Dysphagia epidemiology and demographics

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Editor-In-Chief: C. Michael Gibson, M.S., M.D. [1]; Associate Editor(s)-in-Chief: Feham Tariq, MD [2], Hamid Qazi, MD, BSc [3]


Dysphagia is a common symptom seen in the elderly poplulation owing to senile physiological changes in the muscles involved in deglutition. The prevalance of dysphagia in the elderly population is 7% to 22% per 100,000 individuals. Patients of all age groups may develop dysphagia and the incidence of dysphagia increases with age.

Epidemiology and Demographics

The epidemiology and demographics of dysphagia are as follows:[1][2][3][4][5][6][7][8][9][10][11][12][13]


  • The annual incidence of esophageal food impaction is 25 per 100,000 persons per year.
  • There are a number of causes of different types of dysphagia across the world of which the most common is stroke among the elderly.
  • In Asia, esophageal squamous cell cancer is a common cause of dysphagia while in Africa, Chagas disease is a prevailing etiology.[14]
  • The incidence progressively increases with age, reaching the peak around seventh decade of life.
  • The incidence is higher in males as compared to females.


  • The prevalance of dysphagia in the elderly population is 7% to 22% per 100,000 individuals.
  • It increases to 40% to 50% per 100,000 individuals among geriatric population residing in long-term care facility.
  • Increased prevalance of dysphagia is found in post-stroke patients, acute care settings and nursing care facilities.


  • Patients of all age groups may develop dysphagia, resulting either from structural damage, congenital abnormalities and medical conditions.
  • The incidence of dysphagia increases with age.


  1. Gretarsdottir HM, Jonasson JG, Björnsson ES (2015). "Etiology and management of esophageal food impaction: a population based study". Scand J Gastroenterol. 50 (5): 513–8. doi:10.3109/00365521.2014.983159. PMID 25704642.
  2. Sperry SL, Crockett SD, Miller CB, Shaheen NJ, Dellon ES (2011). "Esophageal foreign-body impactions: epidemiology, time trends, and the impact of the increasing prevalence of eosinophilic esophagitis". Gastrointest Endosc. 74 (5): 985–91. doi:10.1016/j.gie.2011.06.029. PMC 3951006. PMID 21889135.
  3. Siebens H, Trupe E, Siebens A, Cook F, Anshen S, Hanauer R; et al. (1986). "Correlates and consequences of eating dependency in institutionalized elderly". J Am Geriatr Soc. 34 (3): 192–8. PMID 3950287.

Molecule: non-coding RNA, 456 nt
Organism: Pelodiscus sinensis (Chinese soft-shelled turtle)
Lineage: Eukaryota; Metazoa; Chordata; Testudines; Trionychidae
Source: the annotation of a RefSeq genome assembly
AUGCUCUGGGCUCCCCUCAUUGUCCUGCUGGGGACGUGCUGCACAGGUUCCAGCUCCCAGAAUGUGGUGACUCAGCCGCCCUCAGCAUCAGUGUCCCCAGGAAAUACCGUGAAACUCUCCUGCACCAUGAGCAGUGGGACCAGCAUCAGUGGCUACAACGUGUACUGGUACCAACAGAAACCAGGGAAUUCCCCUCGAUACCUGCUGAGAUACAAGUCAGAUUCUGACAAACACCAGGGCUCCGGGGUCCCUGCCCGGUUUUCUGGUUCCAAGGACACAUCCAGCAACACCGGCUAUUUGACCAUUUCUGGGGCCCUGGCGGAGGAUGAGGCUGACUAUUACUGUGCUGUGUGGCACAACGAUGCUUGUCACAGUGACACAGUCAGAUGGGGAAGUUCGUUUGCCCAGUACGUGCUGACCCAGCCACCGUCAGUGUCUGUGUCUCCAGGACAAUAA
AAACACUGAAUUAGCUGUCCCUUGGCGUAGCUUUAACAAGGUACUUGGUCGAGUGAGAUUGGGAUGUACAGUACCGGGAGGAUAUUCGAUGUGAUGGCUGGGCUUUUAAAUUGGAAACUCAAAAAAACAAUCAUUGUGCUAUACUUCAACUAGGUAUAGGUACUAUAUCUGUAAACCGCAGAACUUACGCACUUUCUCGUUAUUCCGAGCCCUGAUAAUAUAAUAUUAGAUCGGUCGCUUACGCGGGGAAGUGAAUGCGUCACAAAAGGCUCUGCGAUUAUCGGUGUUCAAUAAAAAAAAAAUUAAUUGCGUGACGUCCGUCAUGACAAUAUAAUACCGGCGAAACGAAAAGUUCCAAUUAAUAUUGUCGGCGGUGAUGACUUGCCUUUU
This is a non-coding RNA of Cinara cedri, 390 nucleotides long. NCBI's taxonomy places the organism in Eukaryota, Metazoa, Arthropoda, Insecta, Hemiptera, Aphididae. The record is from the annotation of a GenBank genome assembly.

4. Easterling CS, Robbins E (2008). "Dementia and dysphagia". Geriatr Nurs. 29 (4): 275–85. doi:10.1016/j.gerinurse.2007.10.015. PMID 18694703.
  5. Schweizer V (2010). "[Swallowing disorders in the elderly]". Rev Med Suisse. 6 (265): 1859–62. PMID 21053492.
  6. Lindgren S, Janzon L (1991). "Prevalence of swallowing complaints and clinical findings among 50-79-year-old men and women in an urban population". Dysphagia. 6 (4): 187–92. PMID 1778094.
  7. Martino R, Foley N, Bhogal S, Diamant N, Speechley M, Teasell R (2005). "Dysphagia after stroke: incidence, diagnosis, and pulmonary complications". Stroke. 36 (12): 2756–63. doi:10.1161/01.STR.0000190056.76543.eb. PMID 16269630.
  8. Rösler, Alexander; Pfeil, Silke; Lessmann, Hendrik; Höder, Jürgen; Befahr, Alina; von Renteln-Kruse, Wolfgang (2015). "Dysphagia in Dementia: Influence of Dementia Severity and Food Texture on the Prevalence of Aspiration and Latency to Swallow in Hospitalized Geriatric Patients". Journal of the American Medical Directors Association. 16 (8): 697–701. doi:10.1016/j.jamda.2015.03.020. ISSN 1525-8610.
  9. Wilkins T, Gillies RA, Thomas AM, Wagner PJ (2007). "The prevalence of dysphagia in primary care patients: a HamesNet Research Network study". J Am Board Fam Med. 20 (2): 144–50. doi:10.3122/jabfm.2007.02.060045. PMID 17341750.
  10. Logemann, Jeri A. (1998). Evaluation and treatment of swallowing disorders. Austin, Tex: Pro-Ed. ISBN 0-89079-728-5.
  11. Shamburek RD; Farrar JT. Disorders of the digestive system in the elderly. N Engl J Med 1990 Feb 15;322(7):438-43.
  12. Allepaerts S, Delcourt S, Petermans J (2014). "[Swallowing disorders in elderly patients: a multidisciplinary approach]". Rev Med Liege. 69 (5–6): 349–56. PMID 25065244.
  13. Carucci LR, Turner MA (2015). "Dysphagia revisited: common and unusual causes". Radiographics. 35 (1): 105–22. doi:10.1148/rg.351130150. PMID 25590391.
  14. Malagelada JR, Bazzoli F, Boeckxstaens G, De Looze D, Fried M, Kahrilas P; et al. (2015). "World gastroenterology organisation global guidelines: dysphagia--global guidelines and cascades update September 2014". J Clin Gastroenterol. 49 (5): 370–8. doi:10.1097/MCG.0000000000000307. PMID 25853874.

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